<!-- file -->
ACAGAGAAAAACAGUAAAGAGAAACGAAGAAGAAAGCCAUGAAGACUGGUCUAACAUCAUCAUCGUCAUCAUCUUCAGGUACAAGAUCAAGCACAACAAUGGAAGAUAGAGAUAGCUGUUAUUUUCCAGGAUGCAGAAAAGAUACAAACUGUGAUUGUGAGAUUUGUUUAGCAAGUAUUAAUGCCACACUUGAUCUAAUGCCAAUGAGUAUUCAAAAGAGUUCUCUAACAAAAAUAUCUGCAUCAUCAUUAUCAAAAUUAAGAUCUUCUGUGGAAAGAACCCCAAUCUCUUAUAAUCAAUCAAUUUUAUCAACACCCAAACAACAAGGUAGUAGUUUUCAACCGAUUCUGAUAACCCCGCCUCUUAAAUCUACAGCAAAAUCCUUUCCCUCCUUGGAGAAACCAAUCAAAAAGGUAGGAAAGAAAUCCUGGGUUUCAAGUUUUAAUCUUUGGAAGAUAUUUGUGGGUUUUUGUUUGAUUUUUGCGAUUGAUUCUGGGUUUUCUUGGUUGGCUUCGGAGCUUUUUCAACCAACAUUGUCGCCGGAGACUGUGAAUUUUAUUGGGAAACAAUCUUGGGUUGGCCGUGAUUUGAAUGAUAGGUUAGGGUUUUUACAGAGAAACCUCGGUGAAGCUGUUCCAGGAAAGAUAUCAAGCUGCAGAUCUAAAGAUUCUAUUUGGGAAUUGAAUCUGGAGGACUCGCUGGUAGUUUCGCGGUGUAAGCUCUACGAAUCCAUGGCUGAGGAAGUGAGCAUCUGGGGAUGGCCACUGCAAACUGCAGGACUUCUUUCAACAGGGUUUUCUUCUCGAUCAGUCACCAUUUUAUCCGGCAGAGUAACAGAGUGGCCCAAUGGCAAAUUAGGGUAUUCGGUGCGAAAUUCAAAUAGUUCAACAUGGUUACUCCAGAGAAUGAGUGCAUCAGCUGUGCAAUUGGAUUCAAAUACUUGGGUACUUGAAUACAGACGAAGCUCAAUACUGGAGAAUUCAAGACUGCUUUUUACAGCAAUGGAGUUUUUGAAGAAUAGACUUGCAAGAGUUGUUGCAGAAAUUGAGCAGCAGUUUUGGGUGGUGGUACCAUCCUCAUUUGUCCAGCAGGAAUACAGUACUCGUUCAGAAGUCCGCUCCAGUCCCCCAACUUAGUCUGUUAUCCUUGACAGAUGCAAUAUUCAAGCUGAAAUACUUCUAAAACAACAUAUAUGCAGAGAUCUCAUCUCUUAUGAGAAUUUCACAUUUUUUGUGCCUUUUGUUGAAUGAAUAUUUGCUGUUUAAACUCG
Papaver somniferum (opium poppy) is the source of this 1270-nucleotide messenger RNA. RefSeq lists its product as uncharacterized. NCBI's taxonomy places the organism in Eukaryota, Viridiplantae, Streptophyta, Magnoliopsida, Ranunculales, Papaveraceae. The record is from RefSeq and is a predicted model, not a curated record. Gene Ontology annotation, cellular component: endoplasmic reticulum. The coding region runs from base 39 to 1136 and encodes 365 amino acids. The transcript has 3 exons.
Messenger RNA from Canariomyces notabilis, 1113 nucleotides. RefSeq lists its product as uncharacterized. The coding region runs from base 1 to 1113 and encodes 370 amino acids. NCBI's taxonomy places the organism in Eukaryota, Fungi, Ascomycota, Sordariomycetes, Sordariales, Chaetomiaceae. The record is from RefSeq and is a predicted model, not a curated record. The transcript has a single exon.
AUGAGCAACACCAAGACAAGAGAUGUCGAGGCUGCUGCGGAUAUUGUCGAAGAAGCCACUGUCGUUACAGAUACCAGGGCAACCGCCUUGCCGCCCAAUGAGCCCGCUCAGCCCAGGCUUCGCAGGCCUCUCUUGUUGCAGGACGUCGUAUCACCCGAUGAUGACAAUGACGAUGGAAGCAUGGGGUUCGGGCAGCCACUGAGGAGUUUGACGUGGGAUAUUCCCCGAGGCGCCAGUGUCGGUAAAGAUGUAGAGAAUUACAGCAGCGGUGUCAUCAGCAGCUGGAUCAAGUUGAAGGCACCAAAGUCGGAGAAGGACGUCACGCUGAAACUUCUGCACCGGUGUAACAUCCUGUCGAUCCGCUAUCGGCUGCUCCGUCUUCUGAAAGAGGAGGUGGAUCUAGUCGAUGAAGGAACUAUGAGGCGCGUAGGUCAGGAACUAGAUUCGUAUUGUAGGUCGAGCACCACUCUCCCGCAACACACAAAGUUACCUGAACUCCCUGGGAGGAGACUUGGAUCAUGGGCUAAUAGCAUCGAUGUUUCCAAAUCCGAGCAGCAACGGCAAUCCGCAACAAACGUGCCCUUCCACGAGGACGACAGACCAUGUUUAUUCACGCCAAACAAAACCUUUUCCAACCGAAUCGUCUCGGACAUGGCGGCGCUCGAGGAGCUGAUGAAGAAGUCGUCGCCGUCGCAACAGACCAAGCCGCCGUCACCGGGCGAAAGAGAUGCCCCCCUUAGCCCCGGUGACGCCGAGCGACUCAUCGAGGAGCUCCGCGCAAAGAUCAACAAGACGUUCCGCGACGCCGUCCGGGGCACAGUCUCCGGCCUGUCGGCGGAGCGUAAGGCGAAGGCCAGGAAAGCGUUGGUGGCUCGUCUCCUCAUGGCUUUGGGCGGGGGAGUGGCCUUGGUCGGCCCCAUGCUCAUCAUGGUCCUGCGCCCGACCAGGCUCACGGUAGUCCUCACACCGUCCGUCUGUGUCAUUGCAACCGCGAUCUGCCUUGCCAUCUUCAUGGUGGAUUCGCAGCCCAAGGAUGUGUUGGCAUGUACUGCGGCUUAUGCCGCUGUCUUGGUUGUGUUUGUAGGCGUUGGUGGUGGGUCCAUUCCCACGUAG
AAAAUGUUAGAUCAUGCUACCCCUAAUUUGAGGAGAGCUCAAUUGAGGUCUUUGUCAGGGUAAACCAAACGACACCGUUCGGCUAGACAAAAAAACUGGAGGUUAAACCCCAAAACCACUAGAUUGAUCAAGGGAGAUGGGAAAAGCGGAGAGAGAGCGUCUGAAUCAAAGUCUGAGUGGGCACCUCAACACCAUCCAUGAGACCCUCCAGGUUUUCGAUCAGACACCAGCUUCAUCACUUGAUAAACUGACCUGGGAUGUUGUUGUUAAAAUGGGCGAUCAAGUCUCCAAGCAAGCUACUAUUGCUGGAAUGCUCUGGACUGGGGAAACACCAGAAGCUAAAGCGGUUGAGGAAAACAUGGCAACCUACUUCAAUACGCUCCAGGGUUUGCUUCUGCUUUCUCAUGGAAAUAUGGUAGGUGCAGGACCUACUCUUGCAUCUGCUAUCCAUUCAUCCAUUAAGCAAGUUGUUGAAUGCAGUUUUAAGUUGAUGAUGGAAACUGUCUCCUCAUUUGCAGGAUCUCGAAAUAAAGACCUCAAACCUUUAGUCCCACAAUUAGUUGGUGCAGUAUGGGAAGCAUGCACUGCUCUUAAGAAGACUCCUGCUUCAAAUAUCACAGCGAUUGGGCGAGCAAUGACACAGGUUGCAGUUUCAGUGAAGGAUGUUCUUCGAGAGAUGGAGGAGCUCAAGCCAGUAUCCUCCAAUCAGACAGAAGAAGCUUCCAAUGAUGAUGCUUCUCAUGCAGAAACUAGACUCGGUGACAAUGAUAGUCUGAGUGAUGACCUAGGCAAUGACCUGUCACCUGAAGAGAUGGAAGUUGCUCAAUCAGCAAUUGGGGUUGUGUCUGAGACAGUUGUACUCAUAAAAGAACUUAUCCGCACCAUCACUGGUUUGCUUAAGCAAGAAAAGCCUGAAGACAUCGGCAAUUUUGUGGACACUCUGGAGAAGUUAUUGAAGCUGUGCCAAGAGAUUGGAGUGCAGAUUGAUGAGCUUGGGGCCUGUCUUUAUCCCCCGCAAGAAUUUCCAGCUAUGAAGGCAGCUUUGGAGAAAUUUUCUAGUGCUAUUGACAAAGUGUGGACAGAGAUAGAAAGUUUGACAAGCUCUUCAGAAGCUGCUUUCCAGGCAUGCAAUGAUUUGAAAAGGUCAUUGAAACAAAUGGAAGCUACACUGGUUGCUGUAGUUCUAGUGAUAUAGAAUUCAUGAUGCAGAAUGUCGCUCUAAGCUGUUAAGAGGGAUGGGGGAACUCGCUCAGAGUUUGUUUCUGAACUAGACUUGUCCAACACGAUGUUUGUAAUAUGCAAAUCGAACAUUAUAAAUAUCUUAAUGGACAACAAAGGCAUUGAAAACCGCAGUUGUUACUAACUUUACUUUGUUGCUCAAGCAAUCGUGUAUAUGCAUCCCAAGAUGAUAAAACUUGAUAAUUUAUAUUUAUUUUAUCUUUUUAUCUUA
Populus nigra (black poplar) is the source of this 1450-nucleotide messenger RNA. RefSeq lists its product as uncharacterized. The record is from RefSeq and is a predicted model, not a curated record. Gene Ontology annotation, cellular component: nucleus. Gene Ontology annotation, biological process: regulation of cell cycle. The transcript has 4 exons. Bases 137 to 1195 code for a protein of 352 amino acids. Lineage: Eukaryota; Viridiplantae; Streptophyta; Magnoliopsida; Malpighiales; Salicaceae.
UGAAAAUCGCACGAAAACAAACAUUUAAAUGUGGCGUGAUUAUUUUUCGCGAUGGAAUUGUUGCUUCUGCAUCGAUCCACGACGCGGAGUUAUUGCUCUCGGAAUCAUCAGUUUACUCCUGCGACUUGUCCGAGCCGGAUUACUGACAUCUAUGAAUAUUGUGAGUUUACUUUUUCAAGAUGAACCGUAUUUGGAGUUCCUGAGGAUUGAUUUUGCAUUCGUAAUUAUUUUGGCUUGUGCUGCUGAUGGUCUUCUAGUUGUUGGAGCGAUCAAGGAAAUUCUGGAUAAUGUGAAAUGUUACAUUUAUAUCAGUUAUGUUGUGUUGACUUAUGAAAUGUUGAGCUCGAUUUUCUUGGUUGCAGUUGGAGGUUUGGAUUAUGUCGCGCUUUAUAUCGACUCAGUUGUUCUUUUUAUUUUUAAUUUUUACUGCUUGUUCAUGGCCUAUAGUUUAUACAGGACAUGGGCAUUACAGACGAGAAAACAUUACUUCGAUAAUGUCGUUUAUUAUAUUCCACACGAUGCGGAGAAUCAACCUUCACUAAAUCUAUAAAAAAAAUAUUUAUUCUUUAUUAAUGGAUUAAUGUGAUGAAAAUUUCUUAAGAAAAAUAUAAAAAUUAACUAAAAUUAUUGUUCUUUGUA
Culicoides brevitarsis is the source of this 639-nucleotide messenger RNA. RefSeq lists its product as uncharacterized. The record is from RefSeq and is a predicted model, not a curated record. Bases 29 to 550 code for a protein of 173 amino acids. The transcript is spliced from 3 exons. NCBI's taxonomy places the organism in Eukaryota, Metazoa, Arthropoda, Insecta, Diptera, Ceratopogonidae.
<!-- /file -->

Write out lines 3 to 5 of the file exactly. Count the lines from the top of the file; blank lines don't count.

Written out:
Messenger RNA from Canariomyces notabilis, 1113 nucleotides. RefSeq lists its product as uncharacterized. The coding region runs from base 1 to 1113 and encodes 370 amino acids. NCBI's taxonomy places the organism in Eukaryota, Fungi, Ascomycota, Sordariomycetes, Sordariales, Chaetomiaceae. The record is from RefSeq and is a predicted model, not a curated record. The transcript has a single exon.
AUGAGCAACACCAAGACAAGAGAUGUCGAGGCUGCUGCGGAUAUUGUCGAAGAAGCCACUGUCGUUACAGAUACCAGGGCAACCGCCUUGCCGCCCAAUGAGCCCGCUCAGCCCAGGCUUCGCAGGCCUCUCUUGUUGCAGGACGUCGUAUCACCCGAUGAUGACAAUGACGAUGGAAGCAUGGGGUUCGGGCAGCCACUGAGGAGUUUGACGUGGGAUAUUCCCCGAGGCGCCAGUGUCGGUAAAGAUGUAGAGAAUUACAGCAGCGGUGUCAUCAGCAGCUGGAUCAAGUUGAAGGCACCAAAGUCGGAGAAGGACGUCACGCUGAAACUUCUGCACCGGUGUAACAUCCUGUCGAUCCGCUAUCGGCUGCUCCGUCUUCUGAAAGAGGAGGUGGAUCUAGUCGAUGAAGGAACUAUGAGGCGCGUAGGUCAGGAACUAGAUUCGUAUUGUAGGUCGAGCACCACUCUCCCGCAACACACAAAGUUACCUGAACUCCCUGGGAGGAGACUUGGAUCAUGGGCUAAUAGCAUCGAUGUUUCCAAAUCCGAGCAGCAACGGCAAUCCGCAACAAACGUGCCCUUCCACGAGGACGACAGACCAUGUUUAUUCACGCCAAACAAAACCUUUUCCAACCGAAUCGUCUCGGACAUGGCGGCGCUCGAGGAGCUGAUGAAGAAGUCGUCGCCGUCGCAACAGACCAAGCCGCCGUCACCGGGCGAAAGAGAUGCCCCCCUUAGCCCCGGUGACGCCGAGCGACUCAUCGAGGAGCUCCGCGCAAAGAUCAACAAGACGUUCCGCGACGCCGUCCGGGGCACAGUCUCCGGCCUGUCGGCGGAGCGUAAGGCGAAGGCCAGGAAAGCGUUGGUGGCUCGUCUCCUCAUGGCUUUGGGCGGGGGAGUGGCCUUGGUCGGCCCCAUGCUCAUCAUGGUCCUGCGCCCGACCAGGCUCACGGUAGUCCUCACACCGUCCGUCUGUGUCAUUGCAACCGCGAUCUGCCUUGCCAUCUUCAUGGUGGAUUCGCAGCCCAAGGAUGUGUUGGCAUGUACUGCGGCUUAUGCCGCUGUCUUGGUUGUGUUUGUAGGCGUUGGUGGUGGGUCCAUUCCCACGUAG
AAAAUGUUAGAUCAUGCUACCCCUAAUUUGAGGAGAGCUCAAUUGAGGUCUUUGUCAGGGUAAACCAAACGACACCGUUCGGCUAGACAAAAAAACUGGAGGUUAAACCCCAAAACCACUAGAUUGAUCAAGGGAGAUGGGAAAAGCGGAGAGAGAGCGUCUGAAUCAAAGUCUGAGUGGGCACCUCAACACCAUCCAUGAGACCCUCCAGGUUUUCGAUCAGACACCAGCUUCAUCACUUGAUAAACUGACCUGGGAUGUUGUUGUUAAAAUGGGCGAUCAAGUCUCCAAGCAAGCUACUAUUGCUGGAAUGCUCUGGACUGGGGAAACACCAGAAGCUAAAGCGGUUGAGGAAAACAUGGCAACCUACUUCAAUACGCUCCAGGGUUUGCUUCUGCUUUCUCAUGGAAAUAUGGUAGGUGCAGGACCUACUCUUGCAUCUGCUAUCCAUUCAUCCAUUAAGCAAGUUGUUGAAUGCAGUUUUAAGUUGAUGAUGGAAACUGUCUCCUCAUUUGCAGGAUCUCGAAAUAAAGACCUCAAACCUUUAGUCCCACAAUUAGUUGGUGCAGUAUGGGAAGCAUGCACUGCUCUUAAGAAGACUCCUGCUUCAAAUAUCACAGCGAUUGGGCGAGCAAUGACACAGGUUGCAGUUUCAGUGAAGGAUGUUCUUCGAGAGAUGGAGGAGCUCAAGCCAGUAUCCUCCAAUCAGACAGAAGAAGCUUCCAAUGAUGAUGCUUCUCAUGCAGAAACUAGACUCGGUGACAAUGAUAGUCUGAGUGAUGACCUAGGCAAUGACCUGUCACCUGAAGAGAUGGAAGUUGCUCAAUCAGCAAUUGGGGUUGUGUCUGAGACAGUUGUACUCAUAAAAGAACUUAUCCGCACCAUCACUGGUUUGCUUAAGCAAGAAAAGCCUGAAGACAUCGGCAAUUUUGUGGACACUCUGGAGAAGUUAUUGAAGCUGUGCCAAGAGAUUGGAGUGCAGAUUGAUGAGCUUGGGGCCUGUCUUUAUCCCCCGCAAGAAUUUCCAGCUAUGAAGGCAGCUUUGGAGAAAUUUUCUAGUGCUAUUGACAAAGUGUGGACAGAGAUAGAAAGUUUGACAAGCUCUUCAGAAGCUGCUUUCCAGGCAUGCAAUGAUUUGAAAAGGUCAUUGAAACAAAUGGAAGCUACACUGGUUGCUGUAGUUCUAGUGAUAUAGAAUUCAUGAUGCAGAAUGUCGCUCUAAGCUGUUAAGAGGGAUGGGGGAACUCGCUCAGAGUUUGUUUCUGAACUAGACUUGUCCAACACGAUGUUUGUAAUAUGCAAAUCGAACAUUAUAAAUAUCUUAAUGGACAACAAAGGCAUUGAAAACCGCAGUUGUUACUAACUUUACUUUGUUGCUCAAGCAAUCGUGUAUAUGCAUCCCAAGAUGAUAAAACUUGAUAAUUUAUAUUUAUUUUAUCUUUUUAUCUUA